Surface and Interface Chemistry
|Unit level:||Level 4|
|Teaching period(s):||Semester 1|
|Offered by||School of Chemistry|
|Available as a free choice unit?:||N
Course unit aims:
Many important and interesting reactions in the ‘chemical world’ around us take place at the interface between two materials, with examples to be found in areas such as heterogeneous catalysis, crystal growth, atmospheric and environmental science, and biology. The study of surfaces and interfaces is, however, far from straightforward, since the ‘action’ takes place in a layer usually no more than a few molecules thick, sandwiched between two bulk or ambient phases. This course comprises two parts: (i) some introductory lectures on the properties of surfaces and interfaces, along with the methods by which molecules and atoms in them can be observed and measured; and (ii) some examples in the state-of-the-art of modern surface chemistry, drawn from nanoscience and colloidal materials.
Surface characterisation techniques
Dr Alex Walton, 8 lectures
- Motivations for surface science
- Introduction to ultra-high vacuum technology/re-cap gas-kinetic theory
- Re-cap basic structure of solid surfaces (solid structures, unit cells, Miller indices)
- Surface unit cell, reconstructions and overlayers.
- X-Ray Photoelectron Spectroscopy
- Scanning Probe Microscopies
- Scanning Tunnelling Microscopy
- Atomic Force Microscopy
- Other surface characterisation techniques (TPD, LEED)
- Frontiers of surface science - in-situ techniques
Characterisation of Colloidal Systems and X-ray methods for Surfaces – incl. application examples
Professor Melissa A. Denecke, 8 lectures
- X-ray based characterisation and quantification of surfaces and sorbates
- Crystal truncation rods
- Surface sensitive grazing incidence X- Ray spectroscopy
- Total reflection X-ray fluorescence
- Colloids and their stability - recapitulation of DLVO theory
- State-of-the-art particle characterisation techniques
- Scattering techniques
- Static and dynamic light scattering
- SAXS, SANS
- Fractionation-based techniques
- Microscopic methods
- SEM, TEM
Self-assembled monolayers, nanofabrication and nanolithography
Dr Lu-Shin Wong, 5 lectures + 1 problem solving workshop
- Formation and structure of model organic self-assembled monolayers (SAMs) – gold-alkylthiolate SAMs and siloxane SAMs
- Physicochemical properties and chemical reactivity on SAMs
- Applied surface and interface analysis: Chemical analysis of SAMs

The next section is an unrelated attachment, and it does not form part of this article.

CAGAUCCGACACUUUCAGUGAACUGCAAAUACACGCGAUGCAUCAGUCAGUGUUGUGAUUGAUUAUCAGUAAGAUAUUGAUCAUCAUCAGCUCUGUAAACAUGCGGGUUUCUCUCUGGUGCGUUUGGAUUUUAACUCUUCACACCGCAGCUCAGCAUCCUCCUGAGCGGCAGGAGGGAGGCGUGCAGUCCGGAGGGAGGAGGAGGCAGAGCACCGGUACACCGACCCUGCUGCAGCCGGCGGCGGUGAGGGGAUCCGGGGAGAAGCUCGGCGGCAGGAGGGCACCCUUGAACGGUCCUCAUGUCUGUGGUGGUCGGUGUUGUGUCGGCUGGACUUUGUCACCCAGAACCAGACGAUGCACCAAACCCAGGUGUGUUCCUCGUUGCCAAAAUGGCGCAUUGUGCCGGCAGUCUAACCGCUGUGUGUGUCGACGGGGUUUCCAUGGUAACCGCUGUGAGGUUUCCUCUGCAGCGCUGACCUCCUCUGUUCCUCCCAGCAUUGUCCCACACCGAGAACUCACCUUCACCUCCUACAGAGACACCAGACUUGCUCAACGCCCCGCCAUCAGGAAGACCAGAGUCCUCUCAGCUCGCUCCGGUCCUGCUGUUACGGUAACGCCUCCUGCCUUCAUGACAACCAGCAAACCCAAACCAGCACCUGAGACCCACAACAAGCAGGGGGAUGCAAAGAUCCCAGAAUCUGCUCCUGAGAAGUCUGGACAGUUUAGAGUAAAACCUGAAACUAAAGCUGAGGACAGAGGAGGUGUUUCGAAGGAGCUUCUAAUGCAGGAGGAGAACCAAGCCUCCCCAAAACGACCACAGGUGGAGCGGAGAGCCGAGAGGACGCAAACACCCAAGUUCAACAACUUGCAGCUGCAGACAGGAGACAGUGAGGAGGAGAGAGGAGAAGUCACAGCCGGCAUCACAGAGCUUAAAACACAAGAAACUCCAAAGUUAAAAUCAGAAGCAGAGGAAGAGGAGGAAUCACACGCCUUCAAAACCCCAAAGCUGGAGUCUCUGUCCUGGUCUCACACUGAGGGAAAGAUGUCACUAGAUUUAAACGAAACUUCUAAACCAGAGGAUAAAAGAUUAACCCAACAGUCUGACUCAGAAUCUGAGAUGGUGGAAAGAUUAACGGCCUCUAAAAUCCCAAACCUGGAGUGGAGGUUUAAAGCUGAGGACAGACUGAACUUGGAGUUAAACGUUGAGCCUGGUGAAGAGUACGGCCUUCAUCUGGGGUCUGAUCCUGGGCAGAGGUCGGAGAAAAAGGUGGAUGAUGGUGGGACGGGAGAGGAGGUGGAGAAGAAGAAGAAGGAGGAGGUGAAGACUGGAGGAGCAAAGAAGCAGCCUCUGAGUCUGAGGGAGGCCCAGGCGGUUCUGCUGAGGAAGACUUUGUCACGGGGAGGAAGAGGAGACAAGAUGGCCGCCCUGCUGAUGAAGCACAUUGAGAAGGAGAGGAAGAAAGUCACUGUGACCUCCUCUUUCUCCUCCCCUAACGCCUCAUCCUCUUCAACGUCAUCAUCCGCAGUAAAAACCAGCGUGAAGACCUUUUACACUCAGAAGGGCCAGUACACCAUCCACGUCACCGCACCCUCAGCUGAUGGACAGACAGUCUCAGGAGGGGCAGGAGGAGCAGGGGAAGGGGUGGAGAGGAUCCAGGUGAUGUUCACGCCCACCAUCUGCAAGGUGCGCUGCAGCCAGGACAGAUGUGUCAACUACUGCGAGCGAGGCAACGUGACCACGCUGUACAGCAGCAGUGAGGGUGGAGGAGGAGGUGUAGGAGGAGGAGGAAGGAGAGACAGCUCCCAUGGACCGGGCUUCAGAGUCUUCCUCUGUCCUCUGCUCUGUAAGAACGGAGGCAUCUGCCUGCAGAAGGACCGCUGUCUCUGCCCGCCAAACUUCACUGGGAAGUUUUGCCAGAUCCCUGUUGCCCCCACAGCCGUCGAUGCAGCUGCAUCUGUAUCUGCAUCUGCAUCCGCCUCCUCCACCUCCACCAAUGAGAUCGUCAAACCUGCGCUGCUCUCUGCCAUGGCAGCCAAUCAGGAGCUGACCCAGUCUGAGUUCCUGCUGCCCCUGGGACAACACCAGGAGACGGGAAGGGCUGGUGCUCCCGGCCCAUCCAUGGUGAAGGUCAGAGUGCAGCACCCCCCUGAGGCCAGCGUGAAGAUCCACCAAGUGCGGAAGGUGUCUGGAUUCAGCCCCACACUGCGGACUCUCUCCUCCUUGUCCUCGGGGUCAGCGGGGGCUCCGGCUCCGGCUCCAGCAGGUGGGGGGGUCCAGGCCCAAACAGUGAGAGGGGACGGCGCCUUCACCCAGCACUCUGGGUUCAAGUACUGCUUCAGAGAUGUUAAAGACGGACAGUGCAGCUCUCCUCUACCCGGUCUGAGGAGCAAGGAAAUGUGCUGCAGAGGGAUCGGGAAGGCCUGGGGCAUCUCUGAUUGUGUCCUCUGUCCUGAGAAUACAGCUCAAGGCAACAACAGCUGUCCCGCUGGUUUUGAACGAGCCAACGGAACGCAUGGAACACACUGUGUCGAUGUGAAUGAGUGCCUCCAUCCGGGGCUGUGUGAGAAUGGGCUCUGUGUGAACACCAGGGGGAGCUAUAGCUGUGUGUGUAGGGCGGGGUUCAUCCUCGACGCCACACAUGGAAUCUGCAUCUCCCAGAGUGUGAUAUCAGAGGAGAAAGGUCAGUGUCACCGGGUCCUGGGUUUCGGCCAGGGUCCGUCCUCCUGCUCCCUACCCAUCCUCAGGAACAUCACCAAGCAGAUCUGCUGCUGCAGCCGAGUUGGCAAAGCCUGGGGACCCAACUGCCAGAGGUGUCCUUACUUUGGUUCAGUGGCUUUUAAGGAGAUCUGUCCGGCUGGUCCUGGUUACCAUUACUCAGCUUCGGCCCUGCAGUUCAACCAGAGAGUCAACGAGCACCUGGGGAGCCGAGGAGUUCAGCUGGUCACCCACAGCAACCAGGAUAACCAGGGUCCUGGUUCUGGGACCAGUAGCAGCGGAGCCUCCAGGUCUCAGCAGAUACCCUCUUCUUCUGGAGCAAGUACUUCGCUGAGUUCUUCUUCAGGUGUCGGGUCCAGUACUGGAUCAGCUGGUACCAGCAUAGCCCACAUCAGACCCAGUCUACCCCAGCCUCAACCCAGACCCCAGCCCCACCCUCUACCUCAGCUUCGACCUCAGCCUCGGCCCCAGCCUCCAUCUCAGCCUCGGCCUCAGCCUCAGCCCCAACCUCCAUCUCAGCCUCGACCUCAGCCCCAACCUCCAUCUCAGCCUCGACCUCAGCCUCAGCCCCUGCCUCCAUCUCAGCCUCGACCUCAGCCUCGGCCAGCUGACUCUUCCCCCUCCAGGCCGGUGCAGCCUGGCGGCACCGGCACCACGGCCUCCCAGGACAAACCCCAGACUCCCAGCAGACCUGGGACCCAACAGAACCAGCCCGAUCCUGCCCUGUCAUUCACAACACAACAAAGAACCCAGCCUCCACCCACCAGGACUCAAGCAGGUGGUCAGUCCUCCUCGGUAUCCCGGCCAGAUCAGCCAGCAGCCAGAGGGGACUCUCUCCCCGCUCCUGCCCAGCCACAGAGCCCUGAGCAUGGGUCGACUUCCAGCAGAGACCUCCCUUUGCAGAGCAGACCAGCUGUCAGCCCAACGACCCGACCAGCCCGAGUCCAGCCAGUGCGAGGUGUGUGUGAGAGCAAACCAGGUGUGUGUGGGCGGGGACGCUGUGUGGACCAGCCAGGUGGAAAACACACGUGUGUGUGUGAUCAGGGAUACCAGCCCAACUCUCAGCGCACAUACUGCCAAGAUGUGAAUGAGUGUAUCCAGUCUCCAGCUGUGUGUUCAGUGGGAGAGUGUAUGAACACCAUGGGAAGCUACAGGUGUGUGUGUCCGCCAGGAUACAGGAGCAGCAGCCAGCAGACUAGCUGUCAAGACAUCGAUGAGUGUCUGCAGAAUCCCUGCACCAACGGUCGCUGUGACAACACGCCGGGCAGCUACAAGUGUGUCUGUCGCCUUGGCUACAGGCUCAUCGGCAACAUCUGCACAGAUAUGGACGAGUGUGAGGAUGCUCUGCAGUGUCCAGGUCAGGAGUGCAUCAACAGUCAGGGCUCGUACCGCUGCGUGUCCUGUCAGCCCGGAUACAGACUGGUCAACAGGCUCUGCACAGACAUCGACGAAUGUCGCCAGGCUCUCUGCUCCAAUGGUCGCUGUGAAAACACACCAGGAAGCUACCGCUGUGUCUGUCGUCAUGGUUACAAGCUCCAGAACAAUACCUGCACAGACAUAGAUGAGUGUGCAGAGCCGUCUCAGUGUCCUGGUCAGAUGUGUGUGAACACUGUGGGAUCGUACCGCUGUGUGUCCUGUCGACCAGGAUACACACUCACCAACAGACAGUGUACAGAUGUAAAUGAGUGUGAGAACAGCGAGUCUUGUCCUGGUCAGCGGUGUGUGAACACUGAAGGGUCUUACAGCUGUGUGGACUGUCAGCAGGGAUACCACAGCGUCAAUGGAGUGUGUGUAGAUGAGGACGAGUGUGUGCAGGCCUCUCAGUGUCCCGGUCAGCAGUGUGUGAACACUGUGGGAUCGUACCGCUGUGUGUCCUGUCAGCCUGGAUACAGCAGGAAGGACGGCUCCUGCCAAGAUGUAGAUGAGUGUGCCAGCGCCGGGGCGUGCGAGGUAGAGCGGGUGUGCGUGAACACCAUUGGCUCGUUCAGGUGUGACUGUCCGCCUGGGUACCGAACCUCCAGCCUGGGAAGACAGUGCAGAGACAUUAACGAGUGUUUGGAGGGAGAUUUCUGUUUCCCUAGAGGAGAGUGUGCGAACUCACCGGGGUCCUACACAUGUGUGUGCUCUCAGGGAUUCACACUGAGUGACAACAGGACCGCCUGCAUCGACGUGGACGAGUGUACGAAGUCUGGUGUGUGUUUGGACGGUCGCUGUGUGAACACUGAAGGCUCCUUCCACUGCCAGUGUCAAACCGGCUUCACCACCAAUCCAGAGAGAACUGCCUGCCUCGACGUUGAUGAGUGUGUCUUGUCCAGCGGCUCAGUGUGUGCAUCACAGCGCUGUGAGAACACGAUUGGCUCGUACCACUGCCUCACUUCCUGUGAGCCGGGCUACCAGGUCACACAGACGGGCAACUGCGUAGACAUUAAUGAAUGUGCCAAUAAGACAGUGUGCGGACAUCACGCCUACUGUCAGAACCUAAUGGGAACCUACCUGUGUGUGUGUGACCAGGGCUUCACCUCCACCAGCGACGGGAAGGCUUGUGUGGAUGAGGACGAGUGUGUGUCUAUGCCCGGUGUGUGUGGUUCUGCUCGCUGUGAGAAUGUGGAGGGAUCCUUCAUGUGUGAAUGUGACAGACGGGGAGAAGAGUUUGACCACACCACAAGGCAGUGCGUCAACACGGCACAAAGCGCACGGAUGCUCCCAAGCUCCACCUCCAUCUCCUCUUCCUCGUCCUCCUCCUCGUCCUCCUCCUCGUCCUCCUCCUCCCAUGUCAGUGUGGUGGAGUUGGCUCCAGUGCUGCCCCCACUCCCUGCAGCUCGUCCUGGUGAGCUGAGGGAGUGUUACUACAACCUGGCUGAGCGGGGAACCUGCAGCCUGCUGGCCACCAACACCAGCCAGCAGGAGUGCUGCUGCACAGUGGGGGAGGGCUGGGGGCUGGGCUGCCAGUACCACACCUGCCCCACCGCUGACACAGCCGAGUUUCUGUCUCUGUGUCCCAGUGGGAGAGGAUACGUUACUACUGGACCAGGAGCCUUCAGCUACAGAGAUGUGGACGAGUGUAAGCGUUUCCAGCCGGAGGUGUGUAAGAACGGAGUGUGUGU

- Case studies in the behaviour of SAMs
- Approaches for the lithography and nanolithography of SAMs – microcontact printing (μCP); scanning probe nanolithography methods including dip-pen nanolithography (DPN).
- Case studies in the application of scanning probe methods for nanolithography.
Teaching and learning methods
- Knowledge covering the principles of modern surface and interface chemistry is presented primarily in lectures.
- 8 + 8 + 5 lectures + 1 workshop + 1 examples class. Each student has a personal tutor to provide general academic and personal guidance during the course programme. Office hours of the lecturers of this course will be made known to the students.
- Problem solving and numeracy skills are developed throughout the lectures and in the exam questions. Study skills are developed through library work and assessed by self-evaluation.
- Critical thinking and critical analysis will be developed and exercised through the example class and workshop.
Knowledge and understanding
Students should be able to:
- Describe the significance of a range of surface properties, including surface structure, charge, overlayers and adsorbed species (atoms, molecules and reactive molecular fragments), and apply this knowledge to explain the outcomes of surface/interface reactions.
- Describe surface and particle analytical techniques (XPS/PES, microscopies, diffraction techniques, as well as scattering, fractionation and imaging particle sizing methods) and be able to classify them according to the information they provide.
- Apply knowledge of surface analysis techniques to explain how information can be gained regarding the behaviour and structure of surfaces and interfaces.
- Explain the significance of interfaces in chemical processes, including heterogeneous catalysis, soft matter systems and in environmental transport.
- Apply the analytical methods taught to new surface materials, in order to investigate the surface/interface’s properties.
- Perform calculations and data analysis to derive qualitative and quantitative information about the surface/interface.
Transferable skills and personal qualities
- Problem solving and numeracy skills
- Critical thinking and critical analysis
- Written exam - 100%
- Surface Science: Foundations of Catalysis and Nanoscience by Kurt W. Kolasinski, John Wiley & Sons, Ltd, ISBN 9781119990352
- Surface Analysis: The Principal Techniques (2009, 2nd edn.), eds. J. C. Vickerman, I. S. Gilmore, Wiley, ISBN 978-0-470-01763-0
- Surfaces by Gary Attard and Colin Barnes, Oxford Chemistry Primers, ISBN 978-0198556862
- Nanochemistry: A Chemical Approach to Nanomaterials (2009, 2nd edn.) G. A. Ozin, A. C. Arsenault, L. Cademartiri, RSC Publishing, ISBN 978-1847558954
- Colloid Science: Principles, Methods and Applications, Terence Cosgrove, Ed., John Wiley& Sons, ISBN 978-1-4443-2020-6
Book chapters, review articles, and further references available through the library online will be provided during the course.
Students will attend three small group tutorials during the course, at which they will receive feedback both on their performance on set questions and on their progress with the course.
- Assessment written exam - 2 hours
- Lectures - 21 hours
- Tutorials - 2 hours
- Independent study hours - 75 hours